93
Lo
Feb 23, 2010

Hi I just had to add this:
my first day at private school in Mexico I was forced to read aloud in front of the whole class so that my "brilliant" professor could assess my Spanish. All was well until I came to the word Cacao. I pronounced it kah-kah-Oh! Accent on the caca....

94
Christina
Feb 23, 2010

I just thought of another hilarious one... my sister, who is 30, JUST realized (during a conversation with me about music) that the band Hall and Oates was not actually called "Haulin' Oats". Thinking of them as "Haulin' Oats" kinda makes me love their music even more.

95
Zann
Feb 23, 2010

I attended a Catholic school when I was 7, even though no one in the family was Catholic. Every day, for four years at least, I recited: "Hail Mary, full of grapes..."

96
patti
Feb 23, 2010

Could these be any more fun?

My all-time favorite mispronounciation came from my daughter, who at the time had just started preschool. She was always so excited to come home and tell me what they'd had for snack that day. One day she came in and happily announced that they had eaten "GRAND CRAPPERS, Mommy!"

Another gem: I was trying to squeeze my car into a tight spot and she sighed loudly from the back, "Mom, you do NOT know how to paralyze park!"

97
Karin
Feb 23, 2010

This isn't a mispronunciation story, technically, but it's a gem, nevertheless:
My Favorite Boss Ever once told me a story about interviewing a candidate for a position. To get a better sense of one's personality, FBE always made a point to ask candidates what they were reading. One applicant dodged the question by saying she wasn't reading anything at the moment. But FBE persisted, and asked instead what her favorite book was. Candidate's reply:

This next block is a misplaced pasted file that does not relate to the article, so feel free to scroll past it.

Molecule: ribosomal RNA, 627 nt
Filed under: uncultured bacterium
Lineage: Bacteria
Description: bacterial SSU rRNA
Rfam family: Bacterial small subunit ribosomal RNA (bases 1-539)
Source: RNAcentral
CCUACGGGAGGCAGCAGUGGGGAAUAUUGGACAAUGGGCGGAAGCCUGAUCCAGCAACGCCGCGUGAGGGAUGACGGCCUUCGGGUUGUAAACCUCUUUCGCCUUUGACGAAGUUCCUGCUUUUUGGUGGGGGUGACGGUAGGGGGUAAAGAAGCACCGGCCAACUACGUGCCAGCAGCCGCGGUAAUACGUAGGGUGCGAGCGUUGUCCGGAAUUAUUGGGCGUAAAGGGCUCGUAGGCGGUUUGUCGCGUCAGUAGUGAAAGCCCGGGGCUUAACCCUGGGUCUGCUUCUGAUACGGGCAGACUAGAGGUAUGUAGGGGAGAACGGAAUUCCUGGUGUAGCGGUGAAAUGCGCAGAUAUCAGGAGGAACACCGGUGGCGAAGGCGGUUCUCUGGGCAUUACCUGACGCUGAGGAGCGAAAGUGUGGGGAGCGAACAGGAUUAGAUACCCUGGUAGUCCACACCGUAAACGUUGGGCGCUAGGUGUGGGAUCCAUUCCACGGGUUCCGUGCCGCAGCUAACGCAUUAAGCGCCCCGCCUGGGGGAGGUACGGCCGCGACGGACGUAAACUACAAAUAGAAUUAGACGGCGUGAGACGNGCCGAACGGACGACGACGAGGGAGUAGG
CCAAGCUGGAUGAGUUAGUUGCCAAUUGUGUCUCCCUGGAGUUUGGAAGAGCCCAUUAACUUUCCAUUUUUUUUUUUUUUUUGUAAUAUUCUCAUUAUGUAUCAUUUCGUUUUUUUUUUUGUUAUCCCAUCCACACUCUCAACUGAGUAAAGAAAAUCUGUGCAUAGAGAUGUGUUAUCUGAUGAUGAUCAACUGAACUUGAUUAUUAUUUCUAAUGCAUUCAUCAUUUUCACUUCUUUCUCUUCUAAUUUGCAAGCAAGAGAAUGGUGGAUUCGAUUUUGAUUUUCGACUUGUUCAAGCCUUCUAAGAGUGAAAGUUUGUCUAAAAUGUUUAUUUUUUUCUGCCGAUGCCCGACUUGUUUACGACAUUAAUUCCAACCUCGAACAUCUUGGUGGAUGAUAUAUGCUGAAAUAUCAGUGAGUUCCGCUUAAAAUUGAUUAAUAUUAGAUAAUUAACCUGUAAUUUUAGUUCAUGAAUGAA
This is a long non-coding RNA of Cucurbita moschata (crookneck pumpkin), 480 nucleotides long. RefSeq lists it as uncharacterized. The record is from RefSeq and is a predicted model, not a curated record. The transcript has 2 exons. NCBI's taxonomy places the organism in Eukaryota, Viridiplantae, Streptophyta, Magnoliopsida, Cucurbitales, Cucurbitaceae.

"Oh, I don't know. To Mock A Hummingbird, I guess."
She didn't get the job. But I guess you already knew that.

98
Katie
Feb 23, 2010

my best friends mom once commented at a family dinner how it's a "doggy dog" world out there.
We still tease her to this day!!

99
Angela
Feb 23, 2010

My dad loves to pronouce words incorrectly for fun, and his favorite thing to do is emphasize the wrong syllable. Our family was playing trivial pursuit, and he asked my siter "What is the name of Peeno Keyo's father?" My sister agonized over the question, repeating it over and over, "Peeno Keyo? Hmmm...Peeno Keyo?" She finally got it when he told her the answer: Geppetto. I still laugh every time I read the word Pinocchio.